Pinterest Experiments With New Process For Enhanced Ad Targeting On The App

Pinterest is one app that never stops carrying out tests to bring more innovation to the app. And today happens to be no exception.

The social media giant says it hopes to include a solution for better ad targeting on the app. This includes scanning emails to better the whole Pinterest journey of users.

As per a recently published report by Patent Drop, this system was put on display by the company as an innovative means to scrape into someone’s inbox to get a better understanding of what users would like to see.

This whole system would scan email accounts that users used to remain connected to the app. It would highlight topics that bring about more interest, depending on the types of findings obtained.

The idea is for the platform to serve the most unique content of them all, all depending upon what they find in terms of the user’s preferences. This includes customized feeds, boards produced through auto-generation, and material that has to do with the user’s interest.

For instance, when a user signs up for newsletters about restaurants, it’s clear that they’re invested in eating out. Hence, you would profit from more content of that sort because it’s clear you have some sort of interest in it.

But some people are referring to this as a double-edged sword. This might be due to the fact that people really do value privacy and such measures are clearly crossing the line, in some people’s views.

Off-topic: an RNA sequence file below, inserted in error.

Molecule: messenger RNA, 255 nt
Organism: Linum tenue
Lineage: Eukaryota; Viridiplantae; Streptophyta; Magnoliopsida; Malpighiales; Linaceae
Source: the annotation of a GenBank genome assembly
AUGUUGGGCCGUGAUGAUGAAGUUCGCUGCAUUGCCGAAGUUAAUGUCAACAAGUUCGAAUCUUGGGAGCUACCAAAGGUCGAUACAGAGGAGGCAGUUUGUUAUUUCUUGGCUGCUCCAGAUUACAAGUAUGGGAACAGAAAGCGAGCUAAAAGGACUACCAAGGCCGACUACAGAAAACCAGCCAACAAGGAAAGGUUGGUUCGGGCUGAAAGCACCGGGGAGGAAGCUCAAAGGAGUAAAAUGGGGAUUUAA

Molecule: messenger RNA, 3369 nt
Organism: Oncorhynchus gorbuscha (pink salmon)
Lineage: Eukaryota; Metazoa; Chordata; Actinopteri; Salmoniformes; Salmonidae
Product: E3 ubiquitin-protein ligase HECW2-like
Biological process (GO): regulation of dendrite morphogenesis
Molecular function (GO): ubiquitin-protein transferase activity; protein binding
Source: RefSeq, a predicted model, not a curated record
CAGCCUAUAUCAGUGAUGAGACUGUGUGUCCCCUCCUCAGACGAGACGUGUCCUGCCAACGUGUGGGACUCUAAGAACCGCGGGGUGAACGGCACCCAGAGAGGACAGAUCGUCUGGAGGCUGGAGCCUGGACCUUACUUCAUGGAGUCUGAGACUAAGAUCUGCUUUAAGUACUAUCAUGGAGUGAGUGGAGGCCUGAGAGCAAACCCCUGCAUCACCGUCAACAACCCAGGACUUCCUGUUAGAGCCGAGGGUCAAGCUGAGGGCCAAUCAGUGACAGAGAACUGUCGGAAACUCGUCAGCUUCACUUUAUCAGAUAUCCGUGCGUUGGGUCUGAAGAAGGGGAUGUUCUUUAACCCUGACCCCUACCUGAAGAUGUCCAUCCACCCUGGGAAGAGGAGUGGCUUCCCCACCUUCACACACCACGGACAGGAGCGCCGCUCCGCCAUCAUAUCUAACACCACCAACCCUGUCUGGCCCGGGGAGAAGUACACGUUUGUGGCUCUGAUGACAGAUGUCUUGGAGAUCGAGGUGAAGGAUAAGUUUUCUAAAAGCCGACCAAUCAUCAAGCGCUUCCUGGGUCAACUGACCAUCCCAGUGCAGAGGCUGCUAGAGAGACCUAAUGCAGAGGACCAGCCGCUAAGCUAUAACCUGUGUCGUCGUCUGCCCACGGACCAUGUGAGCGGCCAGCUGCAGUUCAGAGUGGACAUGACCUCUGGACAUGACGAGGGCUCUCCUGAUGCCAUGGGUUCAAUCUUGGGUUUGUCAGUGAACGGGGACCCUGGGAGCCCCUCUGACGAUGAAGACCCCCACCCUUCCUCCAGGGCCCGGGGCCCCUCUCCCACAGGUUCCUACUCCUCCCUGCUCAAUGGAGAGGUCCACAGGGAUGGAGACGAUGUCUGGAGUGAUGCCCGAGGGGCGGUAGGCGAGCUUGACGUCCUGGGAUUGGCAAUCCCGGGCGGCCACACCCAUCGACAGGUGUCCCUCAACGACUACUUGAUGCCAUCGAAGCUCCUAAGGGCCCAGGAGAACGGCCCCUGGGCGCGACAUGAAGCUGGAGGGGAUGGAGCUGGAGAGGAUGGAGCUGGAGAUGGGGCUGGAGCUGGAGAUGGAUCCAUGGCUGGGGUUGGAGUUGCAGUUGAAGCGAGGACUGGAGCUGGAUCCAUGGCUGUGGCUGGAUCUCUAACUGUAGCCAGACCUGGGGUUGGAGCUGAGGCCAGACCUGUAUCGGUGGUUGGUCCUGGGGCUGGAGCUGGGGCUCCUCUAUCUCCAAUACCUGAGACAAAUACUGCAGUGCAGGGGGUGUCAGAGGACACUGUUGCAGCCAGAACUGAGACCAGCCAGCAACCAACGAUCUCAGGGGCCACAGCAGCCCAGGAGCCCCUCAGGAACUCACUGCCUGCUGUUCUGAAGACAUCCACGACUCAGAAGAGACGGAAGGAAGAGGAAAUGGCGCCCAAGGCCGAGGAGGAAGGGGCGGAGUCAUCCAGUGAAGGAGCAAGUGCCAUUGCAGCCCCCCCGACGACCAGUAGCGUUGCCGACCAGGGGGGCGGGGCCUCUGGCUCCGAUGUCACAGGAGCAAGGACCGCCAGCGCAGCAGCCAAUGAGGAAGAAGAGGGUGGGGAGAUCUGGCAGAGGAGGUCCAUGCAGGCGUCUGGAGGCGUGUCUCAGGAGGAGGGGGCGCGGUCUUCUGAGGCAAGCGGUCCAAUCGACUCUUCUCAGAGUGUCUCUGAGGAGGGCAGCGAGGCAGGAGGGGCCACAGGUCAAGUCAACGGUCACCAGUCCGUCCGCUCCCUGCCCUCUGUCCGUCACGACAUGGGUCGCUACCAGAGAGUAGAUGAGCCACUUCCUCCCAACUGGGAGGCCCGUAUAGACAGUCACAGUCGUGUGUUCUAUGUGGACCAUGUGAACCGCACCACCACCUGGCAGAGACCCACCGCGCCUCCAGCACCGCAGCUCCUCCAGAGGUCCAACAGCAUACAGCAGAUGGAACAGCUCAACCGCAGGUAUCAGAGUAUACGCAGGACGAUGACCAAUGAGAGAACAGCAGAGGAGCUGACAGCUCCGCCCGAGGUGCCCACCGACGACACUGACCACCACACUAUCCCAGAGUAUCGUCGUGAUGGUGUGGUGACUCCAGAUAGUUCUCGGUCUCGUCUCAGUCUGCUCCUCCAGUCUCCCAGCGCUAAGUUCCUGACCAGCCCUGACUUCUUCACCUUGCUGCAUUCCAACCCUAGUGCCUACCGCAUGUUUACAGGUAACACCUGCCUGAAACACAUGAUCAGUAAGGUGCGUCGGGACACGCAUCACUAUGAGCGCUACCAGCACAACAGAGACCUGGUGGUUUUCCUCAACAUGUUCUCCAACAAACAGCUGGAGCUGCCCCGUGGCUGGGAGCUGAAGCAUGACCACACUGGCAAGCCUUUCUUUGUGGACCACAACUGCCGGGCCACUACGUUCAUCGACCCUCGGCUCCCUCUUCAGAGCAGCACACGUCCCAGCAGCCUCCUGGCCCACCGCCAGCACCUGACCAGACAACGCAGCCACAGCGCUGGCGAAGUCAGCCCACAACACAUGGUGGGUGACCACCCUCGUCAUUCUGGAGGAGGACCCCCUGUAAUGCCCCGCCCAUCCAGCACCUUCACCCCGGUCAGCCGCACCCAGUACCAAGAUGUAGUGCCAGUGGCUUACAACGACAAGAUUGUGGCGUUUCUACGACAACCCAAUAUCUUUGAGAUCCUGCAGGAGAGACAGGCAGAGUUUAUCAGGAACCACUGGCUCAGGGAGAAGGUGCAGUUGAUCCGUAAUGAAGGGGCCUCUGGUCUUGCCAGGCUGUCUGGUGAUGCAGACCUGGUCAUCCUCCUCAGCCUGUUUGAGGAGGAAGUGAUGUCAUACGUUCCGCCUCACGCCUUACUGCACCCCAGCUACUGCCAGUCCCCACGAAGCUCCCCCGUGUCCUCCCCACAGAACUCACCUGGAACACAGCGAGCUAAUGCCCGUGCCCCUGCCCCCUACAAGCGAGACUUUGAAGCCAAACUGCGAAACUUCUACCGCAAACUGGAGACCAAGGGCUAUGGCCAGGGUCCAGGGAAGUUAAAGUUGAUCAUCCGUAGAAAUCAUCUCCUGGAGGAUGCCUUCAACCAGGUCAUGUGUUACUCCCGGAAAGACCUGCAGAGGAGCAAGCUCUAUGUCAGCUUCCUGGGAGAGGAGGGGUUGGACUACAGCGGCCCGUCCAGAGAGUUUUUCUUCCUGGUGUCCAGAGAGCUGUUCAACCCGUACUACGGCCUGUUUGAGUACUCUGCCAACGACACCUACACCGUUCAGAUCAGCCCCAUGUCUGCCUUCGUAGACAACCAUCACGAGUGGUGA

To that, Pinterest was seen mentioning how the system is totally reliant upon machine learning. The model is designed to take on data and really update the system as per the user’s preferences and likes. Moreover, the system would be the one choice if the sentiment attained on something, in particular, is strong enough to be a part of the user’s likes depending on how frequently it shows up in their inbox.

We are not quite sure if this might be passing the test held by the GDPR but we do understand the concept being adopted by the company. When you take on user permission and vow to never misuse the data obtained while emphasizing how this is in their best interest, we do not see the issue here.

Whether or not people end up giving the app the green signal for such a purpose, only time can tell.

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